Effective database systems for co-ops in pipeline
KATHMANDU : The government in a bid to improve information management system of cooperatives has stepped up to enforce Copomis and Credit Information System in the sector.
In 2017, the government introduced an online financial reporting system named Copomis, and instructed cooperatives to install the software.
Similarly, the Credit Information Center, which is in the pipeline, is expected to help maintain the credit information of debtors, a move aimed at identifying defaulters. Both the systems are expected to improve the database in cooperatives that would help healthy growth of cooperatives through strengthening the reporting system in the sector.
Shashi Lamsal, deputy registrar of the department, said they have coordinated with all the sub-national government to carry out effective implementation of Copomis even in the cooperatives located in the rural areas of Nepal. “With handing over the authority of cooperatives regulation to 7 provincial governments and 753 local governments, they are delegated to provide concern username and password to the cooperatives to operate the software,” said Lamsal.
Through the installation of Copomis, the government has planned to have all the cooperatives connected electronically to allow effective monitoring. The platform works in compliance with the Pearls monitoring system, a financial performance monitoring system, which includes a set of financial ratios. It involves 44 quantitative financial indicators that facilitate an integral analysis of the financial condition of the institutions.
It records information such as the number of members of each cooperative, share capital, investments made by the cooperatives, deposit to credit ratio and liquidity ratio, among others.
The system is expected to provide information on duplication of cooperative members, portion of bad loans, borrowers and liquidity situation which will help to prevent embezzlement at cooperatives, according to the department. Under this system, all cooperatives have to submit their financial reports to the concerned authorities online.
Lamsal said that, the department currently is in process of upgrading the Copomis software. “Citing some shortfall in the previously implemented platform, the department has recently shortlisted Infotech Pvt Ltd, a software developer, to add necessary fields in the computerized system,” he said.
Suresh Pradhan, former joint-secretary of the Ministry of Land Management, Cooperatives and Poverty Alleviation, who also led the team to implement Copomis, said that, the software would largely help check the wrong practices being seen in number of cooperatives. “The database system can control possible manipulations by the cooperative operators who intend to take undue personal benefits and will hence take the sector to modernization,” said Pradhan.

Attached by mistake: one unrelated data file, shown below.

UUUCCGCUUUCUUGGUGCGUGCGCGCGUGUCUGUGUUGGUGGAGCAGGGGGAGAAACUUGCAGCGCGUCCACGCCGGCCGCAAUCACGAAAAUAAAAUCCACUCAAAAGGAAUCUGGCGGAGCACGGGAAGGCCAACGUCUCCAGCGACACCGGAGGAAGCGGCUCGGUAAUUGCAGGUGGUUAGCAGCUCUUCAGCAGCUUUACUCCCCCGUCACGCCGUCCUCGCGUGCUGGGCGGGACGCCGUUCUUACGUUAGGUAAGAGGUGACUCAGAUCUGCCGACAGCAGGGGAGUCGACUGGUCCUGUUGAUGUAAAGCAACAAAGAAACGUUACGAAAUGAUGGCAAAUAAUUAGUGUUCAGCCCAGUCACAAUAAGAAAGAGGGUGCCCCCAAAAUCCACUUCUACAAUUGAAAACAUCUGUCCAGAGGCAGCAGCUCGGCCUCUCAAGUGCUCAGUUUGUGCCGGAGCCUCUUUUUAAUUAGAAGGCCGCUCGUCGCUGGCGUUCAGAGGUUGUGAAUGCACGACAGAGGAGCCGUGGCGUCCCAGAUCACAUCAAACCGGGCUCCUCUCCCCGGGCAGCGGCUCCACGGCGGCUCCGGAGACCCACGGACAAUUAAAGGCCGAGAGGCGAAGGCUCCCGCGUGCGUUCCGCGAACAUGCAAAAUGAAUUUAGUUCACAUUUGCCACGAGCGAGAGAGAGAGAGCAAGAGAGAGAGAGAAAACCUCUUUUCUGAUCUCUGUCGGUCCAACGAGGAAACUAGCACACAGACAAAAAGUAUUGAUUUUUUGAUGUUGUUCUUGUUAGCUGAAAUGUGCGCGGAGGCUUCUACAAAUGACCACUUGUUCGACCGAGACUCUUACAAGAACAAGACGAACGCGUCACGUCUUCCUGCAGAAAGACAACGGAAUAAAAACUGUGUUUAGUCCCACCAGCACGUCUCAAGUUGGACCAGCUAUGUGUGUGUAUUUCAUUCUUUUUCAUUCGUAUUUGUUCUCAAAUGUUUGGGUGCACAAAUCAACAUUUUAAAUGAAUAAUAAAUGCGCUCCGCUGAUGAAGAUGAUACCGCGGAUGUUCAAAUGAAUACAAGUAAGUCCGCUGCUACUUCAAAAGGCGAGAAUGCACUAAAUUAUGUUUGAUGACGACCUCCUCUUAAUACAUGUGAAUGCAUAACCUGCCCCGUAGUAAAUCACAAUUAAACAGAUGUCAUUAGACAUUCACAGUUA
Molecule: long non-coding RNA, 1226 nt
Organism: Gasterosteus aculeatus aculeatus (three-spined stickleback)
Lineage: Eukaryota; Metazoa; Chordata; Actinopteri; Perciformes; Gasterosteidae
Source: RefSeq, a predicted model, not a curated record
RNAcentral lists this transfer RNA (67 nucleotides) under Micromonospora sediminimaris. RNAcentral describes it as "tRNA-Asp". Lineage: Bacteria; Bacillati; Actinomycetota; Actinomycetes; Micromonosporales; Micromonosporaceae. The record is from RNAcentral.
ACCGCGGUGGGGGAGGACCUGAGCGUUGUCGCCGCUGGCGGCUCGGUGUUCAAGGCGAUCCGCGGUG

With remaining largely unregulated, number of savings and credit cooperatives had landed in financial problems, which is mainly blamed to lacking effective reporting system in those cooperatives. The ministry has so far declared 12 savings and credit cooperatives in the Kathmandu Valley problematic after they failed to pay back their depositors’ money. The Problematic Cooperatives Asset Management Committee has been working to liquidate their assets to raise cash to pay off the creditors.
Currently, there are more than 34,000 licensed cooperatives operating in the country. As of now, 15 percent of the total cooperatives have entered their details in the system, according to Lamsal.
Lamsal said that, the department has trained officials of almost all the cooperatives to implement Copomis. “Most of the cooperatives having annual transaction of more than Rs 10 million have already been incorporated in the platform.”
Meanwhile, the ministry, in association with the National Cooperative Federation of Nepal, has started the process to install the Credit Information Center in the cooperative sector. The regulation of Cooperative Act 2017, which came online since last year, talks about the provision of the center to check the malpractices in cooperative businesses.
Chitra Kumari Thamsuhang Subba, general manager of the federation, who heads the task force, said the proposed credit information system in cooperatives will follow a similar structure as the one used by the credit information bureau — a government agency that looks after fraud cases in the banking sector. “We have almost finalized the draft of the bylaw and related working guideline to implement credit information system,” said Subba.
According to her, the bylaw has envisioned forming a separate body that will incorporate representatives from the National Cooperative Federation, Nepal Federation of Saving and Credit Cooperative Union and various product based cooperatives association to operate the Credit Information Center. “High level officials from the concerned ministry, department and National Cooperative Development Board will represent the board of the proposed body,” said Subba, adding that they would shortly submit the final draft to the ministry for final approval.
Published On: March 8, 2020 By: RAJESH KHANAL